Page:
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                    and we regularly hire coop students who have little programing experience

                    I’m kind of curious about your hiring process with that claim. Do you hire really smart people inclined to pick up any tech or average people willing to put in effort who learn because it’s truly easy? Have you accounted for that in assessing how easy it was to train them?

                    I like testing tech usability on folks that are less technically-inclined or at least challenged when moving to new things. The easier it is on them, the easier it might be in general.

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                      Our experience is that it’s actually much easier to hire for Clojure than it was for Java just because it acts as a filter. We used to get hundreds of applications for a Java position, and we found that resumes were only loosely correlated to the actual skill of the candidate. With Clojure, we might get a dozen applicants, but they tend to be much better quality overall. People who apply for Clojure jobs tend to be open to learning and trying new things. We only hired one dev who had prior experience with Clojure, but the rest applied because they were interested in trying something different.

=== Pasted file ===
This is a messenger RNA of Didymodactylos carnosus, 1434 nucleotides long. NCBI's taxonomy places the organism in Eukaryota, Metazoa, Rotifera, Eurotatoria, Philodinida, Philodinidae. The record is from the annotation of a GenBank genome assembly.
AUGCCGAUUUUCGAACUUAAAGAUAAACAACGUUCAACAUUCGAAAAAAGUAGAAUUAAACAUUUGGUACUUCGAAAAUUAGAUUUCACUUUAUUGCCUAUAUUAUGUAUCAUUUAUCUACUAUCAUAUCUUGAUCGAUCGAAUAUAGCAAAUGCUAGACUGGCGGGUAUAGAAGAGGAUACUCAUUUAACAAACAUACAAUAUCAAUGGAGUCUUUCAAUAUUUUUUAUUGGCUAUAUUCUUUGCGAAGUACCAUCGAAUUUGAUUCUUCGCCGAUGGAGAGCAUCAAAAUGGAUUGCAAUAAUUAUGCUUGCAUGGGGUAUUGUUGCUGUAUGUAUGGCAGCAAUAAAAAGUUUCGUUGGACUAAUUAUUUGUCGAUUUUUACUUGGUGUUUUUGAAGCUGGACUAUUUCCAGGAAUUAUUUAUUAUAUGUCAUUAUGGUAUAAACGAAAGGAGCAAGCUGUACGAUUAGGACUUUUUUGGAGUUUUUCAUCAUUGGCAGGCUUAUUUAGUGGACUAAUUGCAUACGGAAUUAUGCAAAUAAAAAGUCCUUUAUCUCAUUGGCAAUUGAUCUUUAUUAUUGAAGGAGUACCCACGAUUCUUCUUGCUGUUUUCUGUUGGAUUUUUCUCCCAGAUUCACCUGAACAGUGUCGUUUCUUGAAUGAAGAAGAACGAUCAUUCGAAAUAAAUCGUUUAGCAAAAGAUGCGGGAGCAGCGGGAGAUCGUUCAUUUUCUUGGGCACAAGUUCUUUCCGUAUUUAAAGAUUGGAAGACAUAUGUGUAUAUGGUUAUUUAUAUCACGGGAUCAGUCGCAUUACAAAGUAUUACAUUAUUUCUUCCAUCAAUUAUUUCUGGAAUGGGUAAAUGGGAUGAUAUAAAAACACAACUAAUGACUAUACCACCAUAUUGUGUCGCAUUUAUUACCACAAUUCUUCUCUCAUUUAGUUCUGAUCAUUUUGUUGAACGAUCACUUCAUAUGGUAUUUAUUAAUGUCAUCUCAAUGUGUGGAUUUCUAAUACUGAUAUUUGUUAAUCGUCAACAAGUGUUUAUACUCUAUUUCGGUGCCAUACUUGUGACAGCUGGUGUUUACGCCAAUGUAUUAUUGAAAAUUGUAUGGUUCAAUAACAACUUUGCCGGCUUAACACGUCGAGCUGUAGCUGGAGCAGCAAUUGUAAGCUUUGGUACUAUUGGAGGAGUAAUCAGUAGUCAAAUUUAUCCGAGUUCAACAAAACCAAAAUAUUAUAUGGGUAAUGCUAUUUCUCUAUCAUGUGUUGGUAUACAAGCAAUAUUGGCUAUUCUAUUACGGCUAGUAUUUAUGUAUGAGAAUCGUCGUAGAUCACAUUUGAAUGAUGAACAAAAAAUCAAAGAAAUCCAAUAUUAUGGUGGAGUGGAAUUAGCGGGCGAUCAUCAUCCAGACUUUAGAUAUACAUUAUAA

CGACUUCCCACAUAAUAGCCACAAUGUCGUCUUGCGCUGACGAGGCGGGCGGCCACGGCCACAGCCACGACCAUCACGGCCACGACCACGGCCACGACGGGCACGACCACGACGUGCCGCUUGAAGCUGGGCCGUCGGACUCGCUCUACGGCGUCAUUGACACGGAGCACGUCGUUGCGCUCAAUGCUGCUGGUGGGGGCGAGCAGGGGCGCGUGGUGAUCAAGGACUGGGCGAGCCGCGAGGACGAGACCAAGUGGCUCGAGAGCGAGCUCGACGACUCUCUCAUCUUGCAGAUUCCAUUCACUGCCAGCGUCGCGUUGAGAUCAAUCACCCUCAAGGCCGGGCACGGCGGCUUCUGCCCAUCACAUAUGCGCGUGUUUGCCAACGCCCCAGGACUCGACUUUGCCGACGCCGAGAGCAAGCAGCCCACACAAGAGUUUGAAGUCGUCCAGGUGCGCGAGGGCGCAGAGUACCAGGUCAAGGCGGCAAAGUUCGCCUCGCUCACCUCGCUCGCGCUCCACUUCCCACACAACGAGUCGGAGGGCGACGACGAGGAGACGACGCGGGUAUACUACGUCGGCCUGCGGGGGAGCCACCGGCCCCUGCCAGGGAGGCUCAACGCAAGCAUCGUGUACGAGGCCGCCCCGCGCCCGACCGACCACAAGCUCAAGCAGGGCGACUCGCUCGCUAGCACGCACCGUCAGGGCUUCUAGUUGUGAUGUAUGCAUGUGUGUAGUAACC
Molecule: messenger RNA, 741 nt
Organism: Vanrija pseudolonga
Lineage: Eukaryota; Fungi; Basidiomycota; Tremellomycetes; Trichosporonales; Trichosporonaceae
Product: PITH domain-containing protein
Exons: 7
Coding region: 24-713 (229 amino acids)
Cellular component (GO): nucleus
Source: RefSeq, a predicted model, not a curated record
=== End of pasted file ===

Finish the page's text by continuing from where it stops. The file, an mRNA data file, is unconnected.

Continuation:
During the interview we tend to focus on CS basics to see whether the candidate understands the use of data structures and algorithmic complexity. We don’t ask any puzzles in our interviews, and mostly treat it as a pair programming session. The goal is to see that the candidate has a solid understanding of the core programming principles, and that we can communicate easily.

                      My experience teaching is that people can pick up Clojure very quickly with a bit of mentoring. We start by giving the hires a bit of an overview, get them to read through some online resources, and play with it in the REPL on their own. Then we pair up a bit to see if they’re on the right track. Next, we start giving them some small tasks to do, like simple JIRA tickets, we then do code reviews together to show them how to accomplish things in a more idiomatic way, and it goes from there.